The weeks around Good Friday and Easter are a busy period for Baroque ensembles and choirs. Many of the beautiful Passions that were written and composed for this time of the year are performed all over the world. One Easter tradition started at the beginning of the 17th century in Leipzig. Now, it has become a big tradition for classical music fans and enthusiasts. Stingray showcases these beautiful compositions on different platforms and services.
In the beginning of the 17th century, there was a small Passion tradition during the Holy week started by an earlier Thomas-cantor. Choral Passions were sung regularly in the churches in Leipzig. The first concertante Passion in Leipzig is, according to many writers, the Brockes Passion by Georg Philipp Telemann. This almost three-hour Passion was performed in 1717 by Johann Gotfried Vogler, the former organist and director musicales of the Neukirche. By that time, Johann Sebastian Bach (1685-1750), born in Eisenach, started his new job as ‘Capellmeister,’ in Kötchen.
Bach started his Passion performance in 1724, putting his stamp on the Good Friday Vespers service with the ‘St. John Passion,’ one of the older surviving Passions by Bach. Over the years, Bach altered his Passions regularly. His St. John Passion underwent multiple rounds of changes and improvements that resulted in four versions. The Passion, according to St. Matthew, BWV 244, was presented at St. Thomas’ in Leipzig, on Good Friday, 1727. It was a work of extraordinary musical dimensions but was forgotten after Bach died, in 1750.
One composer that helped Bach make history was Felix Mendelssohn Bartholdy. In 1829, he performed the, at that time partly forgotten, St. Matthew Passion in Berlin. The chorales that were still performed during the end of the 18th century inspired Mendelssohn to perform the Passion as one big masterpiece again. Other works by Bach, besides the St. Matthew Passion, started being regularly performed. Music by Viennese composers such as Mozart, Haydn, and romantic composers such as Mendelssohn and Schumann, had bigger status and was performed more frequently in Europe.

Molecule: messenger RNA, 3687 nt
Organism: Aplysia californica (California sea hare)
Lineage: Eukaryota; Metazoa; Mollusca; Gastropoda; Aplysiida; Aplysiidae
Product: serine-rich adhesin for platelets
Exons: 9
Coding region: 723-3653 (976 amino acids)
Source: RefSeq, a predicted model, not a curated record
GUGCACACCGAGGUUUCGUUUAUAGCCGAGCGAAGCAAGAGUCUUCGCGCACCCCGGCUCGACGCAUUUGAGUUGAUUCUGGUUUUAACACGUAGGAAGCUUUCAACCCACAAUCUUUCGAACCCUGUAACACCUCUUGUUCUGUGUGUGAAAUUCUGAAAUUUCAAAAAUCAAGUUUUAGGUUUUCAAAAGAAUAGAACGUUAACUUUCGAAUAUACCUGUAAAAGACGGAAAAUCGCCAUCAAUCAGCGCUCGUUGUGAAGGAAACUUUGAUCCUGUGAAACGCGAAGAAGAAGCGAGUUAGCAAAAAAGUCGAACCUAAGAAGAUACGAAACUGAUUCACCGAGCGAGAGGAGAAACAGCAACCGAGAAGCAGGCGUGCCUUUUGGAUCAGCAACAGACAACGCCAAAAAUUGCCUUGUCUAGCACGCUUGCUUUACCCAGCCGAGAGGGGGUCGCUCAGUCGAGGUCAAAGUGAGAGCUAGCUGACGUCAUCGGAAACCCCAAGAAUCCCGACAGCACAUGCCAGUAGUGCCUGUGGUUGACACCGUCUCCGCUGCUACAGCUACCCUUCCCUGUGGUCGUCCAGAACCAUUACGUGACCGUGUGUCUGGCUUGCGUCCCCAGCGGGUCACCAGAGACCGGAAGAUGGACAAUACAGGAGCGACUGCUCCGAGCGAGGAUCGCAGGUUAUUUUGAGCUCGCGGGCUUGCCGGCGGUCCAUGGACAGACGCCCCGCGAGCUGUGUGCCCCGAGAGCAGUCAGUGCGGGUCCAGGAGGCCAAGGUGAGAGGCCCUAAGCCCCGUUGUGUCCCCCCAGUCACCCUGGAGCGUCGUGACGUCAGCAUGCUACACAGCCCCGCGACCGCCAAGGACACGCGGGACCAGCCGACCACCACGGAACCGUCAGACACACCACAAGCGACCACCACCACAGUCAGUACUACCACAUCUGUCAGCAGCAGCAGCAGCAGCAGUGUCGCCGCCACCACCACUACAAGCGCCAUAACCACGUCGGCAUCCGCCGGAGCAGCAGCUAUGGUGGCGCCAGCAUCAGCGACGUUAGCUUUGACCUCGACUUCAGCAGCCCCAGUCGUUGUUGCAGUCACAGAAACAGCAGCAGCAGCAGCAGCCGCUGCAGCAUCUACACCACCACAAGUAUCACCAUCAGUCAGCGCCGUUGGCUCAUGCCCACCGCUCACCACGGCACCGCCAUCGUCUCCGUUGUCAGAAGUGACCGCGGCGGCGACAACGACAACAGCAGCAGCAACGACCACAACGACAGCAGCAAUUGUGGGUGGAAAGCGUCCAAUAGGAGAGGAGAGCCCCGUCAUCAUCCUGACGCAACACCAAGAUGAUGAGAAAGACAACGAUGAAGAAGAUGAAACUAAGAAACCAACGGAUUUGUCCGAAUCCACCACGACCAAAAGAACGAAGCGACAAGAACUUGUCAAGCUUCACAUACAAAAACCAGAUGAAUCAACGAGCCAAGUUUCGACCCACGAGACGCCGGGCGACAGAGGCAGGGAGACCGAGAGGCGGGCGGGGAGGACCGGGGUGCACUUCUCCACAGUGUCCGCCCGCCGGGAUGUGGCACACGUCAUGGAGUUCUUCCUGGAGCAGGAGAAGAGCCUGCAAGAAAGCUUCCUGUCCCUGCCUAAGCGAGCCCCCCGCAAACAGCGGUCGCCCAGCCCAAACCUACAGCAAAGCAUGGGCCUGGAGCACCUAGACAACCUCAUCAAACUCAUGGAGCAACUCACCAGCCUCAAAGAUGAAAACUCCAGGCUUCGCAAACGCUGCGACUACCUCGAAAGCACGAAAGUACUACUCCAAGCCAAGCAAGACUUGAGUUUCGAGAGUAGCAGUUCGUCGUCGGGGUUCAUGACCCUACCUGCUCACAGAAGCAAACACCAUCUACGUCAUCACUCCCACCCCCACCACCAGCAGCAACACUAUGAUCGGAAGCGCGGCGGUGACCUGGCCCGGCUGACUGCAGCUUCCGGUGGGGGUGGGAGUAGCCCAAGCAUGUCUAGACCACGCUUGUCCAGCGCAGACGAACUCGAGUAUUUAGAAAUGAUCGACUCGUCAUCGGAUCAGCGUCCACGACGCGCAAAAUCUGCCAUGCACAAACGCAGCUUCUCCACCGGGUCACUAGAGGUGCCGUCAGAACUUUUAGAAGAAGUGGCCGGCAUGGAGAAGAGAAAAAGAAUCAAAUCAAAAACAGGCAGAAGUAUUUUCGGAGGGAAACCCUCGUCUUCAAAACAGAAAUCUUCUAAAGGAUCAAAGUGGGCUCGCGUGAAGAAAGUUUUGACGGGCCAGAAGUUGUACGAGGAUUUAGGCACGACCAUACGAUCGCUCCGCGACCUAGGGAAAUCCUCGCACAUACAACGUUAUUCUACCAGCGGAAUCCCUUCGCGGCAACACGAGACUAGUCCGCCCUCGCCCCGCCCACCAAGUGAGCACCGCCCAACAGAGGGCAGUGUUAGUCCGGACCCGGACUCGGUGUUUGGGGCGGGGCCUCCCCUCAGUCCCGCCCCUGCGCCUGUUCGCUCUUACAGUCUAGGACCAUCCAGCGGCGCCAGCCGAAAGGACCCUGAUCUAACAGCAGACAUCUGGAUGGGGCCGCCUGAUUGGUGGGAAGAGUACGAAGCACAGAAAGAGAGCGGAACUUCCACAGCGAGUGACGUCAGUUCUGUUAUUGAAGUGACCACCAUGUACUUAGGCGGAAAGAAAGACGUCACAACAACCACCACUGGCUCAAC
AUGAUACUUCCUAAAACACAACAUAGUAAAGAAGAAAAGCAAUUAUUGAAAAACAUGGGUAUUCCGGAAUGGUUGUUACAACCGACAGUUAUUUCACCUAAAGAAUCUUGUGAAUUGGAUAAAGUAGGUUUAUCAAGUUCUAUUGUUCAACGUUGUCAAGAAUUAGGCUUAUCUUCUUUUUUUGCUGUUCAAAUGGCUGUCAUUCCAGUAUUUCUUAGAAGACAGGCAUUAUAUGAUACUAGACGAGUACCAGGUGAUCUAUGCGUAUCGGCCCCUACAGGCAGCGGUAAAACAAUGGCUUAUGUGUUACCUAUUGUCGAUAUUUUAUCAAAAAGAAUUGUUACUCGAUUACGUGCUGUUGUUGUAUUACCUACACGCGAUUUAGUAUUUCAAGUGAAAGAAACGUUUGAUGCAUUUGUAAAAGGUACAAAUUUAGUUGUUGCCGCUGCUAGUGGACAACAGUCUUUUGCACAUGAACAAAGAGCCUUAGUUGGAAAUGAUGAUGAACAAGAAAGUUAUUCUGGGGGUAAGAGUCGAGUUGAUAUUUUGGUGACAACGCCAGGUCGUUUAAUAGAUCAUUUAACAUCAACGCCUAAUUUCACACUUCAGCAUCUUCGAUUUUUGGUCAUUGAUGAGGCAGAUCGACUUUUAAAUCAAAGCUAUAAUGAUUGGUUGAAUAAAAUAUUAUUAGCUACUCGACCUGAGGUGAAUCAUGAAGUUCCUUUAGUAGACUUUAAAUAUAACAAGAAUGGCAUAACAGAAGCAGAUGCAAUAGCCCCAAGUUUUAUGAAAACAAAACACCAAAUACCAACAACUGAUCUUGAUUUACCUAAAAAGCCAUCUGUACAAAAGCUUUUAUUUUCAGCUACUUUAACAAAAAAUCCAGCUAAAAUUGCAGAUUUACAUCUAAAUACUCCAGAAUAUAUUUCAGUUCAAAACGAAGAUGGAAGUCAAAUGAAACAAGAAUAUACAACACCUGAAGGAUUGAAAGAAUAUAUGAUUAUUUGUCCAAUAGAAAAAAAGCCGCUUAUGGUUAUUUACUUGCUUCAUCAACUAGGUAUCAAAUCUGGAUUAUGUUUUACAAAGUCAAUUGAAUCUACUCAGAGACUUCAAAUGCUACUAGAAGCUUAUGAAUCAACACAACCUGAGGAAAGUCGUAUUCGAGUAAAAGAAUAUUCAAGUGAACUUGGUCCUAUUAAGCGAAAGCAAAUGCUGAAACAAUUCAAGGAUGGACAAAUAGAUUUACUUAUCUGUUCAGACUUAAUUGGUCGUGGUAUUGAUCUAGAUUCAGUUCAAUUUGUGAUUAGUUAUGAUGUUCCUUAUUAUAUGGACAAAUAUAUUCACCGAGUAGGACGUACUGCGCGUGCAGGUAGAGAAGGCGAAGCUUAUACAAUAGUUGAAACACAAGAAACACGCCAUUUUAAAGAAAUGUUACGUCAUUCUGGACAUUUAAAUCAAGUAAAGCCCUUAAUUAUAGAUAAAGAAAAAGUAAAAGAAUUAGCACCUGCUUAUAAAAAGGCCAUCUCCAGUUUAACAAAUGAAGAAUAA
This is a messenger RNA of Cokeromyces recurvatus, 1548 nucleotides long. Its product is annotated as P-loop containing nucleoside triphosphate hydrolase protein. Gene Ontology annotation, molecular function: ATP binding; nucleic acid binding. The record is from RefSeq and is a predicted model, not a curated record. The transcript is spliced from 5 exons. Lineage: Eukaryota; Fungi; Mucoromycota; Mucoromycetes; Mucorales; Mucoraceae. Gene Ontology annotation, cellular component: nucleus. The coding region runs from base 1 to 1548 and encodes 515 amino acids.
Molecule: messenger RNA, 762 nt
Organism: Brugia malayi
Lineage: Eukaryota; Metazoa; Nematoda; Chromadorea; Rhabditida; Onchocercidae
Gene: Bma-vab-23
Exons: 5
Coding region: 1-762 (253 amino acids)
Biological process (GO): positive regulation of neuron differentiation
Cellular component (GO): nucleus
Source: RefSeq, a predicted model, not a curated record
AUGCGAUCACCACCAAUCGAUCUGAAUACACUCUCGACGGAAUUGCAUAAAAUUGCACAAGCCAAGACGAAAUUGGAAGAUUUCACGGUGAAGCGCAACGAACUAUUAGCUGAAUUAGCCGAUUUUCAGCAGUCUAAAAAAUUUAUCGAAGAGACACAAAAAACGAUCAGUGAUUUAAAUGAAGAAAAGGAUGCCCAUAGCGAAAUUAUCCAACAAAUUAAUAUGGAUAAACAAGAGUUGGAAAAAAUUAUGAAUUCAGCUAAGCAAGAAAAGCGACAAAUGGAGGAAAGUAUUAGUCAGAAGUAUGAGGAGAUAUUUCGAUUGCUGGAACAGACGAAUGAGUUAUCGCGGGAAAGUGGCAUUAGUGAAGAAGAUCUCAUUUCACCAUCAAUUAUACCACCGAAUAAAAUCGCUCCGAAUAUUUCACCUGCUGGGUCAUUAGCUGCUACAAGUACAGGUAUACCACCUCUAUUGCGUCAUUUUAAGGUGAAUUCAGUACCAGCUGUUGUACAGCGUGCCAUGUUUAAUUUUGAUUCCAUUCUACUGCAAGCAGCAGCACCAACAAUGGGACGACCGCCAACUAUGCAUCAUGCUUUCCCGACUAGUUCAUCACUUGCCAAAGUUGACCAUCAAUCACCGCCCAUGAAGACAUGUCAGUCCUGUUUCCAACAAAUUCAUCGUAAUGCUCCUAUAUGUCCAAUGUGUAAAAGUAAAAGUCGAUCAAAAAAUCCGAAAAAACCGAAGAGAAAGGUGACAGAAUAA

The Netherlands fulfilled a very big role in the return of the St. Matthew Passion in the churches and concert halls. This started in the 19th century when Johannes Verhulst promoted the oeuvre of Bach with the German ‘Bach Gesellschaft.’ There was a lot of attention for the Netherlands’ first performance of the St. Matthew Passion in 1870, in Rotterdam. Not only during the official performance, but also the rehearsals, were visited by hundreds of visitors. But it was Willem Mengelberg who started a yearly tradition of the St. Matthew Passion, on Palm Sunday, in Amsterdam.
Mengelberg combined the Royal Concertgebouw Orchestra with the Amsterdam Toonkunstkoor and conducted the Passion himself. Between 1899 and 1919, he led 45 performances, not only in the Netherlands, but also in Frankfurt, Brussels, and Paris. The Netherlands’ Bach Society was at first against the popularity of the St. Matthew Passion. The society was afraid that the performances of the Passion would not be authentic but spreading Bach’s music was one of its goals. Starting in 1922, the Netherlands Bach Society also started to organize an, almost yearly, performance of the St. Matthew Passion.
The discussion between the authenticity of the Passion kept going during the years to come. Instead of seeing this as a negative, in the Netherlands there was place for interpretations, different opinions and a Passion for everybody. After the Mengelberg years around 1950, the St. Matthew Passion was officially a Dutch tradition. The movement, led by Gustav Leonhardt, inspired by Nikolaus Harnoncourt, and included Ton Koopman and Philippe Herreweghe, was searching for a true historic performance. It reached its goal in 1983 when a new baroque orchestra was born: a small choir with musicians specialized in Baroque music and an orchestra that played historic instruments. This performance was highly valued, but there was still room for other interpretations.
Today a lot of unique recordings of this Easter Passion exist, each with its own beauty and particularities. Around Good Friday and Easter you can listen to, and watch, many Passions at Stingray. Stingray Brava and Stingray Classica present two versions of the St. John Passion and one Brockes-Passion. In addition, there are two beautiful Easter Concerts from 2015 and 2016 in Baden-Baden Germany. The Berliner Philharmoniker plays with star soloists Isabelle Faust and Yo-Yo Ma. Listening to the Passions is also possible via Stingray Music. The special Baroque channel has many of Bach’s masterpieces, and the vibe ‘Good Friday Hymns’ is full of great classical music for Easter.